Greece's federal government on Monday began enforcing a Chinese coronavirus vaccine mandate on members of its population aged 60 and older, Euronews reported, noting that elderly Greek citizens and residents who choose not to receive the vaccine face a monthly fine of €50 ($56.60) through the end of January that will increase to €100 ($113) by February.
"Medical professionals who are not vaccinated have also been suspended and face the prospect of being sacked if they fail to comply with rules which say they require vaccination," according to Euronews.
Greek government and health authorities will now police the elderly and ask them to present proof of Chinese coronavirus vaccination through a certificate issued by the European Union (E.U.), of which Greece is a member, to enter public spaces nationwide.
"Compliance with the vaccination requirement is demonstratively proven through EU digital Covid-19 [Chinese coronavirus] certification," Dimokratia, a Greek right-wing newspaper, reported December 2, 2021.
Greek Deputy Interior Minister Stelios Petsas suggested Greece's federal vaccine mandate for people aged 60 and over might extend to people aged 50 to 59 when speaking about the measure on January 7.
"The decision to impose age criteria has paid off, and the age limits could be further lowered if this becomes necessary," he told reporters at the time, as quoted by the Greek newspaper E Kathimerini.
Greece's Education Ministry threatened to "deprive" parents of "custody" over their children last month if they refused to comply with the ministry's stringent masking and testing mandates. The ministry has enforced the measures on all public school students across Greece for several months in an effort to curb Chinese coronavirus transmission. Parents opposed to the policies have opted to keep their children home from school rather than subject them to the restrictive protocol.
Students wearing face masks to help curb the spread of the coronavirus, wait to check their temperature at a junior high school in Athens. (AP Photo/Michael Varaklas)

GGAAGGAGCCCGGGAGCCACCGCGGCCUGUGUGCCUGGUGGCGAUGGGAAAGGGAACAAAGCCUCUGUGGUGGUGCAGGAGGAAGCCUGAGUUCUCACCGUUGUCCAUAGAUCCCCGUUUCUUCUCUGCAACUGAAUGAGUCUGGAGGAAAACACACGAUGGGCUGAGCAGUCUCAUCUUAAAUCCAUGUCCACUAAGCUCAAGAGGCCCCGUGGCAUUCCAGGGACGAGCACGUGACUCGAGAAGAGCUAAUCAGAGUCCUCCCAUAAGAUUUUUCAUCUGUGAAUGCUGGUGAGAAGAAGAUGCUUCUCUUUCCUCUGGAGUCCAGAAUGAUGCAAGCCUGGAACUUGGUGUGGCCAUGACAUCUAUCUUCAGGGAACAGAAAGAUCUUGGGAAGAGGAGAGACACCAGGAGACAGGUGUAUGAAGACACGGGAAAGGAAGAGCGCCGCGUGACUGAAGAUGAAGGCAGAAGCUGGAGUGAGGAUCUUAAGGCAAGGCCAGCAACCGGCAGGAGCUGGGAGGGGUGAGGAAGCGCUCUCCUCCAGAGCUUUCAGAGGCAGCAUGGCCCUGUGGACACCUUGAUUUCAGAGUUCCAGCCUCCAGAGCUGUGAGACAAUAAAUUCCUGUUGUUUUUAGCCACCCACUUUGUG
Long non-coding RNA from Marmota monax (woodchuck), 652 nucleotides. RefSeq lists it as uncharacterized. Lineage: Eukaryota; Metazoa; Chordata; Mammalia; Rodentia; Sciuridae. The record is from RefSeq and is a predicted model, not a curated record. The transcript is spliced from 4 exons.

Alexandros Koptsis, the Greek Education Ministry's general secretary for primary and secondary education, told Al Jazeera on December 9, 2021, he urged Greek public school staff "to call prosecutors" and establish a criminal case against parents who refused to send their children to public schools while his ministry's mandates remained in place.
"If a prosecutor deems it necessary, parents could even be deprived of custody," Koptsis told a Greek radio station at the time, according to Al Jazeera.
A pupil wearing a face mask arrives at a primary school on the first day of class of the new academic year in Athens. (THANASSIS STAVRAKIS/POOL/AFP via Getty Images)
Roughly 67 percent of Greece's population of 10.34 million "is already fully vaccinated" against the Chinese coronavirus, Euronews observed January 17. Health officials have so far administered 18.3 million Chinese coronavirus vaccine doses to residents and citizens of Greece.
Euronews, which is collectively owned by several European and North African public broadcasters, described the Greek federal government as "start[ing] to run out of patience with those who are still unvaccinated against COVID-19 [Chinese coronavirus]" on January 17.
The description echoes a similar sentiment expressed by U.S. President Joe Biden on September 2, 2021, when he announced plans for a federal vaccine mandate on private U.S. businesses with 100 employees or more.
"We've been patient, but our patience is wearing thin," Biden said of the U.S. federal government's perception of U.S. citizens and residents who choose not to receive a Chinese coronavirus vaccination despite increased state pressure.
The U.S. Supreme Court blocked the Biden administration's plans to enforce a federal Chinese coronavirus vaccine mandate on large employers on January 13, 2022.